11. Chatterjee N, Bhattacharya A, Duarah BP, Mazumdar AC (2011) Late Cambrian reworking of Paleo-Mesoproterozoic granulites in Shillong-Meghalaya Gneissic Complex (Northeast India): evidence from PT pseudosection analysis and monazite chronology and implications for East Gondwana assembly. J Geol 119:311–330CrossRefGoogle Scholar
  12. Coffin MF, Frey FA, Wallace PJ, the Leg 183 Shipboard Scientific Party (2000) Proceedings of the ocean drilling program, part A. Initial reports, 183. Ocean Drilling Program, College StationGoogle Scholar
  13. Coffin MF, Pringle MS, Duncan RA, Gladczenko TP, Storey M, Muller RD, Gahagan LA (2002) Kerguelen hotspot magma output since 130 Ma. J Petrol 43(7):1121–1139CrossRefGoogle Scholar
  14. Connolly JAD, Petrini K (2002) An automated strategy for calculation of phase diagram sections and retrieval of rock properties as a function of physical conditions. J Metamorph Geol 20:697–708CrossRefGoogle Scholar
  15. Crowley JL, Chatterjee N, Bowring SA, Sylvester PJ, Myers JS, Searle MP (2005) U-(Th)-Pb dating of monazite and xenotime by EMPA, LA-ICPMS, and IDTIMS: examples from the Yilgarn Craton and Himalayas. In: 15th annual goldschmidt conference abstracts, A19Google Scholar
  16. Dobmeier C, Simmat R (2002) Post-Grenvillian transpression in the Chilka Lake area, Eastern Ghats Belt–implications for the geological evolution of peninsular India. Precamb Res 113:243–268CrossRefGoogle Scholar
  17. Duncan RA (2002) A time frame for construction of the Kerguelen Plateau and Broken Ridge. J Petrol 43(7):1109–1119CrossRefGoogle Scholar
  18. Flowers RM, Bowring SA, Mahan KH, Williams ML, Williams IS (2008) Stabilization and reactivation of cratonic lithosphere from the lower crustal record in the western Canadian shield. Contrib Mineral Petrol 156:529–549CrossRefGoogle Scholar
  19. Frey FA, Coffin MF, Wallace PJ, Weis D, Zhao X, Wise SW (2000) Origin and evolution of a submarine large igneous province: the Kerguelen Plateau and Broken Ridge, southern Indian Ocean. Earth Planet Sci Lett 176:73–89CrossRefGoogle Scholar
  20. Frey FA, Weis D, Borisova AY, Xu G (2002) Involvement of continental crust in the formation of the Cretaceous Kerguelen Plateau: new perspectives from ODP Leg 120 sites. J Petrol 43(7):1207–1239CrossRefGoogle Scholar
  21. Holland TJB, Powell R (1991) A compensated Redlich-Kwong (CORK) equation for volumes and fugacities of carbon dioxide and water in the range 1 bar to 50 kbar and 100–1600 C. Contrib Mineral Petrol 109:265–273CrossRefGoogle Scholar
  22. Holland TJB, Powell R (1998) An internally consistent thermodynamic data set for phases of petrological interest. J Metamorph Geol 16:309–343CrossRefGoogle Scholar
  23. Holland TJB, Powell R (2001) Calculation of phase relations involving haplogranitic melts using an internally consistent thermodynamic dataset. J Petrol 42(4):673–683CrossRefGoogle Scholar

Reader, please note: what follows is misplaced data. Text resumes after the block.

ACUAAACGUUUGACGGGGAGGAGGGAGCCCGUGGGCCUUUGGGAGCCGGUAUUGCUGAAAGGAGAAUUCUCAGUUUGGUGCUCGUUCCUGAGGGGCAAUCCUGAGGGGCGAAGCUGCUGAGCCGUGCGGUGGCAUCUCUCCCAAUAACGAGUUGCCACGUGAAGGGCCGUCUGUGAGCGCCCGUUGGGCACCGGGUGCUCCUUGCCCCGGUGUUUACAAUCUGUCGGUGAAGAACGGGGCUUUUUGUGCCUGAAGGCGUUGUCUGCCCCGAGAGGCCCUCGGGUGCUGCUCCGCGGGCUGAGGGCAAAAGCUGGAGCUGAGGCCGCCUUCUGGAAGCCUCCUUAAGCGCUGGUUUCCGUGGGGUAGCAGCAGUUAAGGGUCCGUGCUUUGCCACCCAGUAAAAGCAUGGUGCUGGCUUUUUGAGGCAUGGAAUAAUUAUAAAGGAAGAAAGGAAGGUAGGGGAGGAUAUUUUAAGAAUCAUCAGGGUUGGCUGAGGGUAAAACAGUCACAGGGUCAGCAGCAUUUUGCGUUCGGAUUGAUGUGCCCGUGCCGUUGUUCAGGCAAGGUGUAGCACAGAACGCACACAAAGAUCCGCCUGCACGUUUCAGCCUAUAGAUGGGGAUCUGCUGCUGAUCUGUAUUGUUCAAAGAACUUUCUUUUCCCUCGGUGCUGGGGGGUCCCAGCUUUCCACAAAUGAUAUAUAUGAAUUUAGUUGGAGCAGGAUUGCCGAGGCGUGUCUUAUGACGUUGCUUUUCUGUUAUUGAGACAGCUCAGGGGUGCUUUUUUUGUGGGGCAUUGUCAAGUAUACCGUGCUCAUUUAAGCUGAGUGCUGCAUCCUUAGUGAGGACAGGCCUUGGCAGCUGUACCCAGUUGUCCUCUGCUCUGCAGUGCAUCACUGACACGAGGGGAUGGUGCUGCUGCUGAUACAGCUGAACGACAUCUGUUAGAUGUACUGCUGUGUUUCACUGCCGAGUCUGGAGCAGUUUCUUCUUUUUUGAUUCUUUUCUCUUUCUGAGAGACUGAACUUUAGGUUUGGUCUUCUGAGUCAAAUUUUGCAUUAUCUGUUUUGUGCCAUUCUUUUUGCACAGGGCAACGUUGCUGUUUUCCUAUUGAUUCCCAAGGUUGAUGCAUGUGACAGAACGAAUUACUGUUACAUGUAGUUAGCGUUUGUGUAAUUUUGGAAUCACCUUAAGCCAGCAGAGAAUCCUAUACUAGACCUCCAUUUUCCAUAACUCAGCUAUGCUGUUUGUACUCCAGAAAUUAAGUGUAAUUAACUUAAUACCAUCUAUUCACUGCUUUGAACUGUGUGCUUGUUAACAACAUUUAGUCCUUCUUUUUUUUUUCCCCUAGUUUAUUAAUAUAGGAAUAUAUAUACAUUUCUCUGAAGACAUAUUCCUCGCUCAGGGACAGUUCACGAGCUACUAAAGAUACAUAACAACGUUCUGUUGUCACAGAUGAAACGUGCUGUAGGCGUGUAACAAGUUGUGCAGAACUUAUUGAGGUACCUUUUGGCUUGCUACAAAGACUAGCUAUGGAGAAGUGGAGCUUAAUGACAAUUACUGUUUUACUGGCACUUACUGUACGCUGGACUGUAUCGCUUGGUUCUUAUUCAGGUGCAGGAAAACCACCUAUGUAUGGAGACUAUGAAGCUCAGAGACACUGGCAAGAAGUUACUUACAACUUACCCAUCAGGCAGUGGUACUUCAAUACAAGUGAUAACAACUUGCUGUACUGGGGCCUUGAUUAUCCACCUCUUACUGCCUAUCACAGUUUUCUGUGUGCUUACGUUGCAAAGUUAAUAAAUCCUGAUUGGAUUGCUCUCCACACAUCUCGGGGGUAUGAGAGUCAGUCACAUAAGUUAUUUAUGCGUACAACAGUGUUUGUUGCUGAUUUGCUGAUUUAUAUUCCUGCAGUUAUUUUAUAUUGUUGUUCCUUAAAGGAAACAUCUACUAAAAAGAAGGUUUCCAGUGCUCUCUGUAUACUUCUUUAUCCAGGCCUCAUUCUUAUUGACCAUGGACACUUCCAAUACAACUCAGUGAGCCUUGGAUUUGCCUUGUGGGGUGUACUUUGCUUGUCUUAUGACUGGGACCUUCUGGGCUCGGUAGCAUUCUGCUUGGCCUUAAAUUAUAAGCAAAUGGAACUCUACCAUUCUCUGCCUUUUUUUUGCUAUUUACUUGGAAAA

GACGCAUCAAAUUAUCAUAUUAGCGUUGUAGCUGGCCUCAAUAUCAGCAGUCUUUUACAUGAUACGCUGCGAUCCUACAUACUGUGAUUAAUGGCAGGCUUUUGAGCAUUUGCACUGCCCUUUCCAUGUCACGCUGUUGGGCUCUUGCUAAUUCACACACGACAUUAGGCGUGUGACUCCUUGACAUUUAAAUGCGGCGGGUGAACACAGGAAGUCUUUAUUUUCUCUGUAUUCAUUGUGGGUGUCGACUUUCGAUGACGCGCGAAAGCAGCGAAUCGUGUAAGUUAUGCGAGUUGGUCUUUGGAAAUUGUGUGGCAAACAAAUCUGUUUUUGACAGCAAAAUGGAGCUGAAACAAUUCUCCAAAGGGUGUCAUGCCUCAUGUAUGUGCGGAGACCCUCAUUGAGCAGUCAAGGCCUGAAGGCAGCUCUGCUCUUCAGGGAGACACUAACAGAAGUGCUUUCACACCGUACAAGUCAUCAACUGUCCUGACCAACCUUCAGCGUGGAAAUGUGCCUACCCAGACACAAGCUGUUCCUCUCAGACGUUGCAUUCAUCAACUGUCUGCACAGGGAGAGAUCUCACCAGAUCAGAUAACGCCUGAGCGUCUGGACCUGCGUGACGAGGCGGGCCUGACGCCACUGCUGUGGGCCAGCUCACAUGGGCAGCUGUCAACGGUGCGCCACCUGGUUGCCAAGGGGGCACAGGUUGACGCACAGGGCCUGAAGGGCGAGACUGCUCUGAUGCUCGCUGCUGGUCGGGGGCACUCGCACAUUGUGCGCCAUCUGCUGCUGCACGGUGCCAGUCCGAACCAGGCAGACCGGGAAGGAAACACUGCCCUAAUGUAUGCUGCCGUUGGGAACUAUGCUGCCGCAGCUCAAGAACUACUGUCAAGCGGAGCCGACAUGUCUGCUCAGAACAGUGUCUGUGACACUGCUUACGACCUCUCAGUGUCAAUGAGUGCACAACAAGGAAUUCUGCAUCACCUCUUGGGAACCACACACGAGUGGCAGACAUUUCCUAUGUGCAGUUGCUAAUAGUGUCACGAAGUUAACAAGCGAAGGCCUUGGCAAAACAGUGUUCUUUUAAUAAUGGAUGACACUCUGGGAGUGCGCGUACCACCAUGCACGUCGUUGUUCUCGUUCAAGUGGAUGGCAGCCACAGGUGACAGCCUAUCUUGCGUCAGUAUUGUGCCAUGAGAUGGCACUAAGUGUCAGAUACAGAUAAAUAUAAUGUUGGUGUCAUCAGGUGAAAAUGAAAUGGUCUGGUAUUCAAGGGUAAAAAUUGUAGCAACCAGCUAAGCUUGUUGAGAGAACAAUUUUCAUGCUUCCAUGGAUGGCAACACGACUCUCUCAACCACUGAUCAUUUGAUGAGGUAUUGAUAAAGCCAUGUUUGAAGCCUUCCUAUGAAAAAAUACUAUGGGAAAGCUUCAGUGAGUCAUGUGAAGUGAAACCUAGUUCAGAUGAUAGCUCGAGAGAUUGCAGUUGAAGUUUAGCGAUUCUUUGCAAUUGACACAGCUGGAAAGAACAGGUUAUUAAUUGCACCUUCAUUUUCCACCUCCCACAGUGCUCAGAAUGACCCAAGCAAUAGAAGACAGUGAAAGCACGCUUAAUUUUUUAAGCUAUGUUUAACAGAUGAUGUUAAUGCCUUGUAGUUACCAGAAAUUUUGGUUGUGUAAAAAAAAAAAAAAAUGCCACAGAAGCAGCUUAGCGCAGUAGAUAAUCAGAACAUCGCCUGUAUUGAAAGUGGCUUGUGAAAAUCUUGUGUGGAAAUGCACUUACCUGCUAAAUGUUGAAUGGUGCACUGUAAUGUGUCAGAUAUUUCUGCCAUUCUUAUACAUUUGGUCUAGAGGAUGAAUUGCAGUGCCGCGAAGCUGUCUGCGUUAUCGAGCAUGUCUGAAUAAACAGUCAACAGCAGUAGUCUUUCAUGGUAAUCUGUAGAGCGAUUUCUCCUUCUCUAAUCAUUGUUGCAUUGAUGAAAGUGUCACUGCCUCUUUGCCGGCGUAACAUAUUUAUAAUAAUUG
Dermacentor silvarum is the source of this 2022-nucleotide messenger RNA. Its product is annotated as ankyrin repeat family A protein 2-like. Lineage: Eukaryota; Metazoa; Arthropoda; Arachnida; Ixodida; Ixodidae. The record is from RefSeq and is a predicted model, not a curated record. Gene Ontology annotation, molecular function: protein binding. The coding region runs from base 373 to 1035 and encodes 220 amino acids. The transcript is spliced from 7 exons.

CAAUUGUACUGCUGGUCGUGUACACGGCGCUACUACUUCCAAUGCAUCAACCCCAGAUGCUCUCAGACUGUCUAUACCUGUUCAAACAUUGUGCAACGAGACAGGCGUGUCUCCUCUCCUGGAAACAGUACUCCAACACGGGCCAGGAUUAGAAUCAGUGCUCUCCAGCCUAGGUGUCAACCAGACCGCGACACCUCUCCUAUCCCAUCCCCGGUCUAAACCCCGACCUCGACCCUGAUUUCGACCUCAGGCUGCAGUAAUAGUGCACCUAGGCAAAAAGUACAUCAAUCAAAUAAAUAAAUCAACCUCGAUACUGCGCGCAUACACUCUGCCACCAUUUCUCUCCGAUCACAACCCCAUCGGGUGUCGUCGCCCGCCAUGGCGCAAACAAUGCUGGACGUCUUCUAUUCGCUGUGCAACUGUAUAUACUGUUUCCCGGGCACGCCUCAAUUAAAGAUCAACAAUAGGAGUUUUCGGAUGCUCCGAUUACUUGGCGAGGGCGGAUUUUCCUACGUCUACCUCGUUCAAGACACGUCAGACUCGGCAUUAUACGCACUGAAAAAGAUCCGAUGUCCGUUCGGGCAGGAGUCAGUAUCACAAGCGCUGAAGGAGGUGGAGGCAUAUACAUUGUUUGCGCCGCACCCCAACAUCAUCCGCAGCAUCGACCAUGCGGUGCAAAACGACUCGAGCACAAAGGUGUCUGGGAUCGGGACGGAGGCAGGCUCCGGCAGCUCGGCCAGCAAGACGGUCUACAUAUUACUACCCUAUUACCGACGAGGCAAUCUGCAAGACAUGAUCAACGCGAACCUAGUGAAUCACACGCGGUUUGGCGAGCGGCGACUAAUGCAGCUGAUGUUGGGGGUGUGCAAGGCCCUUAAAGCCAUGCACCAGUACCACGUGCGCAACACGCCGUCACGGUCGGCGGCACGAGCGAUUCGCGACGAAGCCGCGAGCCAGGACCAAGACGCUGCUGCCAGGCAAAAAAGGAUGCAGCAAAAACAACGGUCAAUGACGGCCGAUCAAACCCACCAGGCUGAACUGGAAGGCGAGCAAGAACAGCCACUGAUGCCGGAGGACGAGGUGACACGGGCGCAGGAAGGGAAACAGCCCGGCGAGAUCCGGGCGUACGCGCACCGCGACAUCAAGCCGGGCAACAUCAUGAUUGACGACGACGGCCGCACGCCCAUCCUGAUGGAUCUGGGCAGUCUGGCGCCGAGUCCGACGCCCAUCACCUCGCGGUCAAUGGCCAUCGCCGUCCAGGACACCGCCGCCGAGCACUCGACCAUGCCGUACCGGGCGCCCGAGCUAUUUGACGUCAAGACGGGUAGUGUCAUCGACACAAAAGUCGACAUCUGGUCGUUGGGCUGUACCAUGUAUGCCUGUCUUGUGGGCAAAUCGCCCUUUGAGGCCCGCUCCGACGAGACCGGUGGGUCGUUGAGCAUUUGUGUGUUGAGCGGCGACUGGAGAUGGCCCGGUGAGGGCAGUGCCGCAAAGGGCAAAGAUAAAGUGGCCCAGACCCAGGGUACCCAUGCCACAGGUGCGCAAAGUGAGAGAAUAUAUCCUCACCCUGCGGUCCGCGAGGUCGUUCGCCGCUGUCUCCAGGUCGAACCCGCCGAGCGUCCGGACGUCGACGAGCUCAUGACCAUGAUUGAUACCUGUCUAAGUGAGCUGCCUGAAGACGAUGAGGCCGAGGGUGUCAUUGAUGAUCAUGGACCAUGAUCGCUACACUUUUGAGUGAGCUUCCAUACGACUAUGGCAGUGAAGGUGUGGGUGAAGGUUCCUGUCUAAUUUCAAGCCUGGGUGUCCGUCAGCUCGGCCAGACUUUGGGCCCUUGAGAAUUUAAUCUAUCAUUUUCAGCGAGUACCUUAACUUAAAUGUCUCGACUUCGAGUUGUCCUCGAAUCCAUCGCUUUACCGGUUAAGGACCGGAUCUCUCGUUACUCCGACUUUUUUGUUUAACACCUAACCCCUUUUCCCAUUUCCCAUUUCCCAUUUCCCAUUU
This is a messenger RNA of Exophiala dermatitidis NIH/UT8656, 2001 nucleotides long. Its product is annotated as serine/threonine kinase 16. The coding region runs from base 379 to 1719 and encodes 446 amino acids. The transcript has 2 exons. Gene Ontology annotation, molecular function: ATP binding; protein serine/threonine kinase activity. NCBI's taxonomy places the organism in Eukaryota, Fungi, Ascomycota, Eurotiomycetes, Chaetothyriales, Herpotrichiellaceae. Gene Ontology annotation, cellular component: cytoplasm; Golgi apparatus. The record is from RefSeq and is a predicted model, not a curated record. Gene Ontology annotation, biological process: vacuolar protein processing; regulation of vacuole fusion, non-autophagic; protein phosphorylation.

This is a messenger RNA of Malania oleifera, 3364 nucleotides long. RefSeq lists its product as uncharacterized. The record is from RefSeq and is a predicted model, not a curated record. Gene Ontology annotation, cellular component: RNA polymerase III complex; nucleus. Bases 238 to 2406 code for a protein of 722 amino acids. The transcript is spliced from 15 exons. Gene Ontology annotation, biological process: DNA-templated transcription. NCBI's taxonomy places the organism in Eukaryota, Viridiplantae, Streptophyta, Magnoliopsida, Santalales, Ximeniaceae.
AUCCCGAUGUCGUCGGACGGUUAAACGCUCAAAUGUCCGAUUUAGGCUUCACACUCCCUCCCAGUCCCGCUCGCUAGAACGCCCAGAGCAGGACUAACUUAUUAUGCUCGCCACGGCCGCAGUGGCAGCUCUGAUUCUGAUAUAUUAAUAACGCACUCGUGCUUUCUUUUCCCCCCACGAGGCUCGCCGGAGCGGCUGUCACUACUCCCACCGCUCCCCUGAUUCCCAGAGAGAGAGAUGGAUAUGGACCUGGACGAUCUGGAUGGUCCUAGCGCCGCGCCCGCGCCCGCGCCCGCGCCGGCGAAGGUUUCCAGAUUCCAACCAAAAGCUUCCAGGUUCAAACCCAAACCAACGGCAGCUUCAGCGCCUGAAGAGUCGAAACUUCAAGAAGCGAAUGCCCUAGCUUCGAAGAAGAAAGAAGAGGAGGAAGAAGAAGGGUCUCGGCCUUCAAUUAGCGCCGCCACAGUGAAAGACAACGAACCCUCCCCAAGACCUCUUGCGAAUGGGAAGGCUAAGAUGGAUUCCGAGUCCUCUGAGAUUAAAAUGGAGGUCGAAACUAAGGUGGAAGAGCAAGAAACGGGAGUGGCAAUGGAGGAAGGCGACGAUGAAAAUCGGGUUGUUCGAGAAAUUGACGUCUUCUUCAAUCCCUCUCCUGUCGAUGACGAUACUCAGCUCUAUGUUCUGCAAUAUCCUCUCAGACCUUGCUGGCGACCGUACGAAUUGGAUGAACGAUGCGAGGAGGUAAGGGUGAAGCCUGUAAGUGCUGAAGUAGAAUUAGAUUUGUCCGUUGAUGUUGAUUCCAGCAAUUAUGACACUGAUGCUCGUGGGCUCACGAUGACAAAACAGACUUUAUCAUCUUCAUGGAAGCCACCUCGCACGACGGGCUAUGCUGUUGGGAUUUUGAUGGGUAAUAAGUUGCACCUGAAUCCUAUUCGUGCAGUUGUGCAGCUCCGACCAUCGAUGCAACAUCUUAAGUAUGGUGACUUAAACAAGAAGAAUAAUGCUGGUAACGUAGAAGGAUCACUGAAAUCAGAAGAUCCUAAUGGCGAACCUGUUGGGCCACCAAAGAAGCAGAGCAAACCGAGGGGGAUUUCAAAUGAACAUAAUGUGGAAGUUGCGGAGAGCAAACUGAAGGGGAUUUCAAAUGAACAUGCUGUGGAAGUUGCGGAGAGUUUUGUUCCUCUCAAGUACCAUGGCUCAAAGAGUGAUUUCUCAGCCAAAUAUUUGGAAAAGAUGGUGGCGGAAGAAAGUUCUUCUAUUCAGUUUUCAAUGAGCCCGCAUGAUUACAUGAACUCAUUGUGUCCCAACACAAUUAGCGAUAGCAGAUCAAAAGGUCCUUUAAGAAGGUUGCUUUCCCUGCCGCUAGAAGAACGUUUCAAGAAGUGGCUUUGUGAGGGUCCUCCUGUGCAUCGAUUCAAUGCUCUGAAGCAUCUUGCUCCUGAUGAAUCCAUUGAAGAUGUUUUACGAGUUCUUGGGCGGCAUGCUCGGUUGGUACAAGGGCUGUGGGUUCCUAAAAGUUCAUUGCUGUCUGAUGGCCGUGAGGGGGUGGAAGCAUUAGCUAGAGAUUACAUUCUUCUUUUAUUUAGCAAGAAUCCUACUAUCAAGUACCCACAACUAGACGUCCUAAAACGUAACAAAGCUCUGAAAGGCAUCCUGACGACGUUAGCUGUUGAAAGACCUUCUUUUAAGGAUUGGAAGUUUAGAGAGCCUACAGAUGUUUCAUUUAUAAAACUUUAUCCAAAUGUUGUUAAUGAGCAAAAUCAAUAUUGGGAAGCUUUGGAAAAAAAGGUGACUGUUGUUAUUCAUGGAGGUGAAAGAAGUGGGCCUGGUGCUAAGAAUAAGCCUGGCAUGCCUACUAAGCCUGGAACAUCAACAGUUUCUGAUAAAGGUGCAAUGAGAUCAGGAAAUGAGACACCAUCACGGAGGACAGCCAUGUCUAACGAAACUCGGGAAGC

24. Ingle S, Weis D, Scoates JS, Frey FA (2002a) Relationship between the earlier Kerguelen plume and continental flood basalts of the paleo-Eastern Gondwanan margins. Earth Planet Sci Lett 197:35–50CrossRefGoogle Scholar
  25. Ingle S, Weis D, Frey FA (2002b) Indian continental crust recovered from Elan Bank, Kerguelen Plateau (ODP Leg 183, Site 1137). J Petrol 43(7):1241–1257CrossRefGoogle Scholar
  26. Kelly NM, Clarke GL, Carson CJ, White RW (2000) Thrusting in the lower crust: evidence from the Oygarden Islands, Kemp Land, East Antarctica. Geol Mag 137(3):219–234CrossRefGoogle Scholar
  27. Kelly NM, Clarke GL, Fanning CM (2002) A two-stage evolution of the Neoproterozoic Rayner structural episode: new U–Pb sensitive high resolution ion microprobe constraints from the Oygarden Group, Kemp Land, East Antarctica. Precamb Res 116:307–330CrossRefGoogle Scholar
  28. Kelsey DE, Wade BP, Collins AS, Hand M, Sealing CR, Netting A (2008) Discovery of a Neoproterozoic basin in the Prydz belt in East Antarctica and its implications for Gondwana assembly and ultrahigh temperature metamorphism. Precamb Res 161:355–388CrossRefGoogle Scholar
  29. Kent RW, Saunders AD, Kompton PD, Ghose NC (1997) Rajmahal basalts, Eastern India: mantle sources and melt distribution at a volcanic rifted margin. In: Mahoney JJ, Coffin MF (eds) Large igneous provinces: continental, oceanic and planetary flood volcanism. Geophys Monogr, AGU 100:145–182Google Scholar
  30. Kohn MJ (2003) Geochemical zoning in metamorphic minerals. In: Rudnick RL, Holland HD, Turekian KK (eds) Treatise on geochemistry, vol 3. Elsevier, Oxford, pp 229–261CrossRefGoogle Scholar
  31. Konnecke LK, Coffin MF, Charvis P, Symonds PA, Ramsay D, Bernadel G (1997) Crustal structure of Elan Bank, Kerguelen Plateau. EOS Trans AGU 76:F712Google Scholar
  32. Krause O, Dobmeier C, Raith MM, Mezger K (2001) Age of emplacement of massif-type anorthosites in the Eastern Ghats Belt, India: constraints from U-Pb zircon dating and structural studies. Precamb Res 109:25–38CrossRefGoogle Scholar
  33. Kretz R (1983) Symbols for rock forming minerals. Am Mineral 68:277–279Google Scholar
  34. Li ZX, Bogdanova SV, Collins AS, Davidson A, De Waele B, Ernst RE, Fitzsimons ICW, Fuck RA, Gladkochub DP, Jacobs J, Karlstrom KE, Lu S, Natapov LM, Pease V, Pisarevsky SA, Thrane K, Vernikovsky V (2008) Assembly, configuration, and break-up history of Rodinia: a synthesis. Precamb Res 160:179–210CrossRefGoogle Scholar
  35. Mahato S, Goon S, Bhattacharya A, Mishra B, Bernhardt H-J (2008) Thermo-tectonic evolution of the North Singhbhum Mobile Belt (Eastern India): a view from the western part of the belt. Precamb Res 162:102–127CrossRefGoogle Scholar
  36. Mahoney JJ, Jones WB, Frey FA, Salters VJM, Pyle DJ, Davies HL (1995) Geochemical characteristics of lavas from Broken Ridge, the Naturaliste Plateau and southernmost Kerguelen Plateau: early volcanism of the Kerguelen hotspot. Chem Geol 120:315–345CrossRefGoogle Scholar